Iran Breaking: Ban on Reformist Political Party

We're watching carefully the reported ban on the activities of Iran's leading reformist political party, Islamic Iran Participation Party (Mosharekat).

Deputy Interior Ministry Solat Mortazavi told the Iranian Students News Agency that all activities of IIPF have been banned and its headquarters have been locked.

The Latest from Iran (15 March): Breaking Human Rights

Mortazavi implied that the ban was in place before the IIPF announcement that its congress had been called off because of pressure from security forces. (IIPF's position is that there is no ban, since this would have to come from a judicial decision, only the postponement of the congress.)

Speaking to BBC Persian, a leading member of the IIPF, Ali Shakouri, disputed the claim that the party was banned but confirmed that its headquarters are locked and inaccessible. He added that the party continued publishing communiques and other activity (which in practice amounted to little more than keeping Norooz News up and running) despite the lack of headquarters and the imprisonment of several leading party figures.

Shakouri said that the party has no idea who was behind the locking of the headquarters and reiterated that no judicial source has yet ordered the suspension of party activities.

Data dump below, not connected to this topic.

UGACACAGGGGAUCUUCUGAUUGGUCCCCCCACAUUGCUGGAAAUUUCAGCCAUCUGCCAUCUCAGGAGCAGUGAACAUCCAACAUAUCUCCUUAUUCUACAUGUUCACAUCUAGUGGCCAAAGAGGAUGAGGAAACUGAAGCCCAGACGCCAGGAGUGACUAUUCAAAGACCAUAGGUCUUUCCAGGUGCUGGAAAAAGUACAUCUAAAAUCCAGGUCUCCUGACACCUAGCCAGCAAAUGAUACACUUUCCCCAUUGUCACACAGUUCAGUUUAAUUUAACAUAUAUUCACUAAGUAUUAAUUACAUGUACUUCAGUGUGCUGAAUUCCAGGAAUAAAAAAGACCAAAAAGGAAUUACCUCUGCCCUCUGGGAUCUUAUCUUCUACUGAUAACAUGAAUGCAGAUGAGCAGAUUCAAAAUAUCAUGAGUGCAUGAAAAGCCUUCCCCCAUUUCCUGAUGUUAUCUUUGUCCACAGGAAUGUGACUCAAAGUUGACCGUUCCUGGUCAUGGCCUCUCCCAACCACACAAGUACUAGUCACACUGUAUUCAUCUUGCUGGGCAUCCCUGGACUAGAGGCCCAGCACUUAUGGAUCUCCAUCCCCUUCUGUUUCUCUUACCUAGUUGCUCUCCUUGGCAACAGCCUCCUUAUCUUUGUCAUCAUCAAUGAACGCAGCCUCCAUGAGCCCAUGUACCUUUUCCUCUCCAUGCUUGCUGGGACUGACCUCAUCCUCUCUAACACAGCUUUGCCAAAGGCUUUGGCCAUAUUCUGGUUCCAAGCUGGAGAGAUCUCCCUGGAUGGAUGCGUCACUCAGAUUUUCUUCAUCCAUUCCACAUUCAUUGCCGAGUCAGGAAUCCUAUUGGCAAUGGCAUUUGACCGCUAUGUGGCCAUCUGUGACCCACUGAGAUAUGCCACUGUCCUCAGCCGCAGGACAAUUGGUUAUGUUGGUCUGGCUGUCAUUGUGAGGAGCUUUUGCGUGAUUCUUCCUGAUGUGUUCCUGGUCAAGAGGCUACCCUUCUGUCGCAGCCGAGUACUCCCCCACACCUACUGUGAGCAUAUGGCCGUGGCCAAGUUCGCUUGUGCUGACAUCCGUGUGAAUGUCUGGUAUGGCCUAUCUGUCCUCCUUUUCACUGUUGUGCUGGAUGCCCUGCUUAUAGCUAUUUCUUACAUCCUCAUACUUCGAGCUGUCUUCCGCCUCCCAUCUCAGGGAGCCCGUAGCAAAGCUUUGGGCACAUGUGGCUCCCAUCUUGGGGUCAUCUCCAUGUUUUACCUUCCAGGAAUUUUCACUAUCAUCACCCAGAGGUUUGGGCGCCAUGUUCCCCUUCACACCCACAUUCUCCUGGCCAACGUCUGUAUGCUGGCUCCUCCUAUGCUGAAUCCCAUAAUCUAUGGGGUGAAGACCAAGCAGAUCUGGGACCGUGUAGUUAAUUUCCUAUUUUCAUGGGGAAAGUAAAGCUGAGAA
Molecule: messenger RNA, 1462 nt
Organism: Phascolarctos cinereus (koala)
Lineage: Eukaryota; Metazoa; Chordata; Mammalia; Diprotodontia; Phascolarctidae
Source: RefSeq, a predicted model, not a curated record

The IIPF has also put out a statement declaring that the ban is a sign of Government weakness and calling on activists to maintain their campaign against the "empire of lies".

An EA correspondent comments:
This is potentially a very destabilising move that would be impossible without the direct consent of the Supreme Leader.

Whether the judiciary confirms the Interior ministry announcement will be the next big development. If the head of the judiciary, Sadegh Larijani agrees with Mortazavi, Ahmadinejad's political deputy, this would be a major setback for those hoping for a conservative alignment against the President.

The Latest from Iran (10 March): The View from Washington

2305 GMT: Back on the Road Again. Off for flight to UK and work in Liverpool so will be quiet for a while. Thanks to everyone for backing up EA on an eventful day.

2300 GMT: Political Prisoner Watch. Reports that student activist and weblog writer Fouad Shams has been released from prison after 96 days. Saeed Nourmohammadi, a member of the youth branch of the Islamic Iran Participation Front has been freed after 4 1/2 months in detention.

NEW Iran Interview: Habibollah Peyman “Change Through Social Awareness”
Iran Analysis: Corruption Within the Government?
The Latest from Iran (9 March): Political Acts

2255 GMT: Maintaining Control. Radio Zamaneh headlines, "Iran's Supreme Leader May Approve Changes to Electoral Policies", but the more you read, the more this is an assertion of Khamenei's authority rather than reform.

Meeting members of the Assembly of Experts, the Supreme Leader said that he will approve the changes in “general policies of the elections” under discussion in the Expediency Council, headed by Hashemi Rafsanjani.